In 2009, New Hampshire was selected by the federal government to receive funding and intensive technical assistance to implement sustainable and systemic improvements to the state’s child welfare system, our “Practice Model”. Over the ensuing year, staff at all levels were engaged in designing a model for CPS & JJS in part. As this work proceeded, in 2010 New Hampshire underwent the Child and Family Services Review (CFSR). This review is a federally led process intended to rate the state’s child welfare system in the areas of safety, permanency and well-being. The findings of the CFSR influence the development of a Program Improvement Plan (PIP) that is designed to advance practice in various areas that were identified as needing improvement. The PIP is monitored through regularly scheduled Case Practice Reviews and through a variety of data sources. New Hampshire aligned the state’s Practice Model (which began in 2009) with their Program Improvement Plan in an effort to improve efficiency, share resources and ensure sustainability of both items. The alignment of Child Protection Field Services’ (CPS) and Juvenile Justice Field Services’ (JJS) Practice Model with the Program Improvement Plan (PIP) began with the initial implementation of several practice strategies. These strategies included the updating of Structured Decision Making (SDM), Family Assessment and Inclusive Reunification (FAIR), Solution-Based Casework (SBC), Solution-based Family Meetings, the Youth Action Pool, and Supervisory Standards & Training.
As examples, the Belief “All children/youth should be safe” provides a safety first mentality that should influence every decision that a CPSW or JPPO makes. To support this belief, both CPS and JJS identify the importance of partnering with families and communities when working to ensure the safety of children and youth. In practice, the CPSW and JPPO utilize Solution-based Casework which provides a structured framework for engaging families and their extended community supports to provide for the safety of their children and youth while holding them accountable for their actions and their progress.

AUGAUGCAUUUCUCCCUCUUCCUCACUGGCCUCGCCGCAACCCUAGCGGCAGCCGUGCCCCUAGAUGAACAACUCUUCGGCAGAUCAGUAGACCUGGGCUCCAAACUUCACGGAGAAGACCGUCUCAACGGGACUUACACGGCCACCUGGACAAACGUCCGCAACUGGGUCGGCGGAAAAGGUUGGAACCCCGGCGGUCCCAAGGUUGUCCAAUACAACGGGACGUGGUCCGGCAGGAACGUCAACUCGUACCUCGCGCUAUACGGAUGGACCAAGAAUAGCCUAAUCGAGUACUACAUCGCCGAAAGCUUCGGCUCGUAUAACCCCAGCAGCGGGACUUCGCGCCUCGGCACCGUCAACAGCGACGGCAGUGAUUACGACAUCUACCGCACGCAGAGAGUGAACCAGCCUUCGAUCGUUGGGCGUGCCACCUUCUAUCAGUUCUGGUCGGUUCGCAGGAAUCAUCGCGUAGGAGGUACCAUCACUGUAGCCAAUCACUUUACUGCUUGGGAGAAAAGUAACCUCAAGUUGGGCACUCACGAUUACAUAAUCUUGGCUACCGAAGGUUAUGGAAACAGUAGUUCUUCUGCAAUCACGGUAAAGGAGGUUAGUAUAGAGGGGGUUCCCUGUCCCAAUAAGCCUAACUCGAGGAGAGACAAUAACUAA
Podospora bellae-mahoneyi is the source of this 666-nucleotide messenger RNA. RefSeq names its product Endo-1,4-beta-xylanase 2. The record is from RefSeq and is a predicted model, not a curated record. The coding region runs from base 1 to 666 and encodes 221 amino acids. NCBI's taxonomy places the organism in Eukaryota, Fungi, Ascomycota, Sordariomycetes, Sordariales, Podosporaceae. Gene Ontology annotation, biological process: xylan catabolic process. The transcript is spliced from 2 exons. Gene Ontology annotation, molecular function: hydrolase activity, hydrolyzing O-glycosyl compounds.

“All children, youth and families deserve a life of well-being” is a Practice Model Belief that will also strongly influence practice in the field. Again, CPS and JJS recognize that through partnership and collaboration the best possible decisions can be made to ensure the well-being of children, youth and families. The Youth Action Pool is a strategy that supports the engagement of both current and former youth in care in many ways. The youth are able to provide the field with the “voice” of those receiving services. This “voice” will be used to influence practice and policy throughout the state.